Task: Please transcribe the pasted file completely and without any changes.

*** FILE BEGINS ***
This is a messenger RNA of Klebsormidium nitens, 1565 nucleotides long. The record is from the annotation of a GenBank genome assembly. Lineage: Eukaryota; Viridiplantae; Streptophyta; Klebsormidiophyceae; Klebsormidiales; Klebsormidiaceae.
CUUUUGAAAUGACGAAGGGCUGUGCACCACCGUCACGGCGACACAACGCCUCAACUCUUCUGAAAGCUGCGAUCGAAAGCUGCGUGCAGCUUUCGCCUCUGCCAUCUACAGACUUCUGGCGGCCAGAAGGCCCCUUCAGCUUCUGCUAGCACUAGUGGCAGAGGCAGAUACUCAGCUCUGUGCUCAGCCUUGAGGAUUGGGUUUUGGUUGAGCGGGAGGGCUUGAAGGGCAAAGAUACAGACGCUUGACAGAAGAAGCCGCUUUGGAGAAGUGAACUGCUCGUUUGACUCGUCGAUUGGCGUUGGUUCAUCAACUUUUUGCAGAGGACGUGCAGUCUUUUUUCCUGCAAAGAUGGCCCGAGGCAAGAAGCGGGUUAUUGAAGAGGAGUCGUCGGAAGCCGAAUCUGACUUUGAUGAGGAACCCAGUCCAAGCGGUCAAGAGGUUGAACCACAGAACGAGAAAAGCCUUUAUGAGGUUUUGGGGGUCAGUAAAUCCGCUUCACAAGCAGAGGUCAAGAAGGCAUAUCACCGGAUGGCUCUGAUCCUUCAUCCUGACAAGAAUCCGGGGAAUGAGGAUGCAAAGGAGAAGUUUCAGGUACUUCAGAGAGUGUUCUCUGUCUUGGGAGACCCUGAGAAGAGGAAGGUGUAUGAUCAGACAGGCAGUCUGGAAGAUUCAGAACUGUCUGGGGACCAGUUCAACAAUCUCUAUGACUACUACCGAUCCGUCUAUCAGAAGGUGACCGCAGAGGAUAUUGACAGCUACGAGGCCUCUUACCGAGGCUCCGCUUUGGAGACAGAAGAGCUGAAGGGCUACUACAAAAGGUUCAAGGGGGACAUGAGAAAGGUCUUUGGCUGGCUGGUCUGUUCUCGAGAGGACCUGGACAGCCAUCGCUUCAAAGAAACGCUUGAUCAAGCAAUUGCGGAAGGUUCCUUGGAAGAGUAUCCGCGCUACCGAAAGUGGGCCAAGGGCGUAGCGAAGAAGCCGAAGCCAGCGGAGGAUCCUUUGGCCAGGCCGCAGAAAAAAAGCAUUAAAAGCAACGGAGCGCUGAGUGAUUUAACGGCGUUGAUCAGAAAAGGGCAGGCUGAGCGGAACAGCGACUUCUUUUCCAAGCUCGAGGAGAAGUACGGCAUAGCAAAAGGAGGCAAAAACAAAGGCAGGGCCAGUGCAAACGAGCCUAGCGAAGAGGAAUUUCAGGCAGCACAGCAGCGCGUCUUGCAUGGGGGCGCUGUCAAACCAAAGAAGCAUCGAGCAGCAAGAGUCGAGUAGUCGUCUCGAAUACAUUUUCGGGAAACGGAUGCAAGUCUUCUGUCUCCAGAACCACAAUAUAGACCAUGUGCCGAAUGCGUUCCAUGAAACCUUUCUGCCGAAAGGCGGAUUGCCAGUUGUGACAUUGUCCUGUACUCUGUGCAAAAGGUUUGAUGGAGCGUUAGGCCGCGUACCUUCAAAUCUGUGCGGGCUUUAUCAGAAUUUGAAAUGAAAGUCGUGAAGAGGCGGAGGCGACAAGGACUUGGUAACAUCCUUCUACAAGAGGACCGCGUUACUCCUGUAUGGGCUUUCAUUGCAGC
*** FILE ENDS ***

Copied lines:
This is a messenger RNA of Klebsormidium nitens, 1565 nucleotides long. The record is from the annotation of a GenBank genome assembly. Lineage: Eukaryota; Viridiplantae; Streptophyta; Klebsormidiophyceae; Klebsormidiales; Klebsormidiaceae.
CUUUUGAAAUGACGAAGGGCUGUGCACCACCGUCACGGCGACACAACGCCUCAACUCUUCUGAAAGCUGCGAUCGAAAGCUGCGUGCAGCUUUCGCCUCUGCCAUCUACAGACUUCUGGCGGCCAGAAGGCCCCUUCAGCUUCUGCUAGCACUAGUGGCAGAGGCAGAUACUCAGCUCUGUGCUCAGCCUUGAGGAUUGGGUUUUGGUUGAGCGGGAGGGCUUGAAGGGCAAAGAUACAGACGCUUGACAGAAGAAGCCGCUUUGGAGAAGUGAACUGCUCGUUUGACUCGUCGAUUGGCGUUGGUUCAUCAACUUUUUGCAGAGGACGUGCAGUCUUUUUUCCUGCAAAGAUGGCCCGAGGCAAGAAGCGGGUUAUUGAAGAGGAGUCGUCGGAAGCCGAAUCUGACUUUGAUGAGGAACCCAGUCCAAGCGGUCAAGAGGUUGAACCACAGAACGAGAAAAGCCUUUAUGAGGUUUUGGGGGUCAGUAAAUCCGCUUCACAAGCAGAGGUCAAGAAGGCAUAUCACCGGAUGGCUCUGAUCCUUCAUCCUGACAAGAAUCCGGGGAAUGAGGAUGCAAAGGAGAAGUUUCAGGUACUUCAGAGAGUGUUCUCUGUCUUGGGAGACCCUGAGAAGAGGAAGGUGUAUGAUCAGACAGGCAGUCUGGAAGAUUCAGAACUGUCUGGGGACCAGUUCAACAAUCUCUAUGACUACUACCGAUCCGUCUAUCAGAAGGUGACCGCAGAGGAUAUUGACAGCUACGAGGCCUCUUACCGAGGCUCCGCUUUGGAGACAGAAGAGCUGAAGGGCUACUACAAAAGGUUCAAGGGGGACAUGAGAAAGGUCUUUGGCUGGCUGGUCUGUUCUCGAGAGGACCUGGACAGCCAUCGCUUCAAAGAAACGCUUGAUCAAGCAAUUGCGGAAGGUUCCUUGGAAGAGUAUCCGCGCUACCGAAAGUGGGCCAAGGGCGUAGCGAAGAAGCCGAAGCCAGCGGAGGAUCCUUUGGCCAGGCCGCAGAAAAAAAGCAUUAAAAGCAACGGAGCGCUGAGUGAUUUAACGGCGUUGAUCAGAAAAGGGCAGGCUGAGCGGAACAGCGACUUCUUUUCCAAGCUCGAGGAGAAGUACGGCAUAGCAAAAGGAGGCAAAAACAAAGGCAGGGCCAGUGCAAACGAGCCUAGCGAAGAGGAAUUUCAGGCAGCACAGCAGCGCGUCUUGCAUGGGGGCGCUGUCAAACCAAAGAAGCAUCGAGCAGCAAGAGUCGAGUAGUCGUCUCGAAUACAUUUUCGGGAAACGGAUGCAAGUCUUCUGUCUCCAGAACCACAAUAUAGACCAUGUGCCGAAUGCGUUCCAUGAAACCUUUCUGCCGAAAGGCGGAUUGCCAGUUGUGACAUUGUCCUGUACUCUGUGCAAAAGGUUUGAUGGAGCGUUAGGCCGCGUACCUUCAAAUCUGUGCGGGCUUUAUCAGAAUUUGAAAUGAAAGUCGUGAAGAGGCGGAGGCGACAAGGACUUGGUAACAUCCUUCUACAAGAGGACCGCGUUACUCCUGUAUGGGCUUUCAUUGCAGC